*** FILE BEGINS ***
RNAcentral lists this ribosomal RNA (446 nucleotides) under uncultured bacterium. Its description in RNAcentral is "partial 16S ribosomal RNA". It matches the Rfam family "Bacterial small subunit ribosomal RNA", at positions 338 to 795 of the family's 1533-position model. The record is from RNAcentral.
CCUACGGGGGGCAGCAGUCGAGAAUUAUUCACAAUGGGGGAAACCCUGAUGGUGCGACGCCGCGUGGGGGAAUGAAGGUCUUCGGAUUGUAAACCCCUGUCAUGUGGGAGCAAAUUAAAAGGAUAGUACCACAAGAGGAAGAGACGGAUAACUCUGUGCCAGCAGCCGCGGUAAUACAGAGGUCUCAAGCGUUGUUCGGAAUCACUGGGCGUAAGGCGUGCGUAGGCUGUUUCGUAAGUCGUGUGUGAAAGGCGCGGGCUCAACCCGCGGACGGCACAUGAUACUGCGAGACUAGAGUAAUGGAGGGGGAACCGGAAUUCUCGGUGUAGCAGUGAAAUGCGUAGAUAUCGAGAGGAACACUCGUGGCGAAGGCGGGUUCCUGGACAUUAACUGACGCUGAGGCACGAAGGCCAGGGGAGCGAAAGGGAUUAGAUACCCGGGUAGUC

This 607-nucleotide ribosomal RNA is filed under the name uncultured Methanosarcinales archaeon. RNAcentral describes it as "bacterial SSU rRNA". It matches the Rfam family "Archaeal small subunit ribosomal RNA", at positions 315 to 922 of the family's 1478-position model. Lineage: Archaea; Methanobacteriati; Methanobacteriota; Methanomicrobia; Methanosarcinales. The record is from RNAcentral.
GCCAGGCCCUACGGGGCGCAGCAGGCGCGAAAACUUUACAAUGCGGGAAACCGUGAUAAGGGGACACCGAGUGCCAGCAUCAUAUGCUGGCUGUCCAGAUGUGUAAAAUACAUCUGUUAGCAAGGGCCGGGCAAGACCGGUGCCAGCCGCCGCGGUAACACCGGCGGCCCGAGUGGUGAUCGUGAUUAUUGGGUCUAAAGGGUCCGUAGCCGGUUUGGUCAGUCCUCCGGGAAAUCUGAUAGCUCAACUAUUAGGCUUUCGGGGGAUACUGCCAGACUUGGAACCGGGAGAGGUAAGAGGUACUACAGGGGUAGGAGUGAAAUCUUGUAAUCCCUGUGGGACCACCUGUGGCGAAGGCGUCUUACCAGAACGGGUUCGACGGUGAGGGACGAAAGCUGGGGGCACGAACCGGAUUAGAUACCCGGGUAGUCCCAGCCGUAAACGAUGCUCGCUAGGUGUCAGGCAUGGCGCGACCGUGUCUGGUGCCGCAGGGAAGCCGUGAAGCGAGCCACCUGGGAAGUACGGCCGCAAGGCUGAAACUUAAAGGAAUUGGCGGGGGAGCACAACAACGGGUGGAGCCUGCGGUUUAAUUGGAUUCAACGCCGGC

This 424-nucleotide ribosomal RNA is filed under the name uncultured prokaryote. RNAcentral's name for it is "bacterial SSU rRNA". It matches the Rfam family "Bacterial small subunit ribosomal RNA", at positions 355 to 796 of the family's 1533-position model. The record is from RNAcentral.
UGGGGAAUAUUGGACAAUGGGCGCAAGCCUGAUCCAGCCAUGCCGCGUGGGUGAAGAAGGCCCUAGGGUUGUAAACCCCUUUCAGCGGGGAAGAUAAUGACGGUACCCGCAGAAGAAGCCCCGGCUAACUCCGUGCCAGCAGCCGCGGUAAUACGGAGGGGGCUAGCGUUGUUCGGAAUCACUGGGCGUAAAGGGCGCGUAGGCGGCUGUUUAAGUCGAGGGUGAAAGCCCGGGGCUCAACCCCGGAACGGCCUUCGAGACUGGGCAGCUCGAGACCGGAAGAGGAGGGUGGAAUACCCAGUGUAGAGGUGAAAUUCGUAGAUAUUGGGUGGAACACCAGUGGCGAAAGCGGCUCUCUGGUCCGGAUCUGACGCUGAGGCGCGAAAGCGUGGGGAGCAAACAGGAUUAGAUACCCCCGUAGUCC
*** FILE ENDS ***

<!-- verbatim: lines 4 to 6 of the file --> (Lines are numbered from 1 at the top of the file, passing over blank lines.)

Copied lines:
GCCAGGCCCUACGGGGCGCAGCAGGCGCGAAAACUUUACAAUGCGGGAAACCGUGAUAAGGGGACACCGAGUGCCAGCAUCAUAUGCUGGCUGUCCAGAUGUGUAAAAUACAUCUGUUAGCAAGGGCCGGGCAAGACCGGUGCCAGCCGCCGCGGUAACACCGGCGGCCCGAGUGGUGAUCGUGAUUAUUGGGUCUAAAGGGUCCGUAGCCGGUUUGGUCAGUCCUCCGGGAAAUCUGAUAGCUCAACUAUUAGGCUUUCGGGGGAUACUGCCAGACUUGGAACCGGGAGAGGUAAGAGGUACUACAGGGGUAGGAGUGAAAUCUUGUAAUCCCUGUGGGACCACCUGUGGCGAAGGCGUCUUACCAGAACGGGUUCGACGGUGAGGGACGAAAGCUGGGGGCACGAACCGGAUUAGAUACCCGGGUAGUCCCAGCCGUAAACGAUGCUCGCUAGGUGUCAGGCAUGGCGCGACCGUGUCUGGUGCCGCAGGGAAGCCGUGAAGCGAGCCACCUGGGAAGUACGGCCGCAAGGCUGAAACUUAAAGGAAUUGGCGGGGGAGCACAACAACGGGUGGAGCCUGCGGUUUAAUUGGAUUCAACGCCGGC

This 424-nucleotide ribosomal RNA is filed under the name uncultured prokaryote. RNAcentral's name for it is "bacterial SSU rRNA". It matches the Rfam family "Bacterial small subunit ribosomal RNA", at positions 355 to 796 of the family's 1533-position model. The record is from RNAcentral.
UGGGGAAUAUUGGACAAUGGGCGCAAGCCUGAUCCAGCCAUGCCGCGUGGGUGAAGAAGGCCCUAGGGUUGUAAACCCCUUUCAGCGGGGAAGAUAAUGACGGUACCCGCAGAAGAAGCCCCGGCUAACUCCGUGCCAGCAGCCGCGGUAAUACGGAGGGGGCUAGCGUUGUUCGGAAUCACUGGGCGUAAAGGGCGCGUAGGCGGCUGUUUAAGUCGAGGGUGAAAGCCCGGGGCUCAACCCCGGAACGGCCUUCGAGACUGGGCAGCUCGAGACCGGAAGAGGAGGGUGGAAUACCCAGUGUAGAGGUGAAAUUCGUAGAUAUUGGGUGGAACACCAGUGGCGAAAGCGGCUCUCUGGUCCGGAUCUGACGCUGAGGCGCGAAAGCGUGGGGAGCAAACAGGAUUAGAUACCCCCGUAGUCC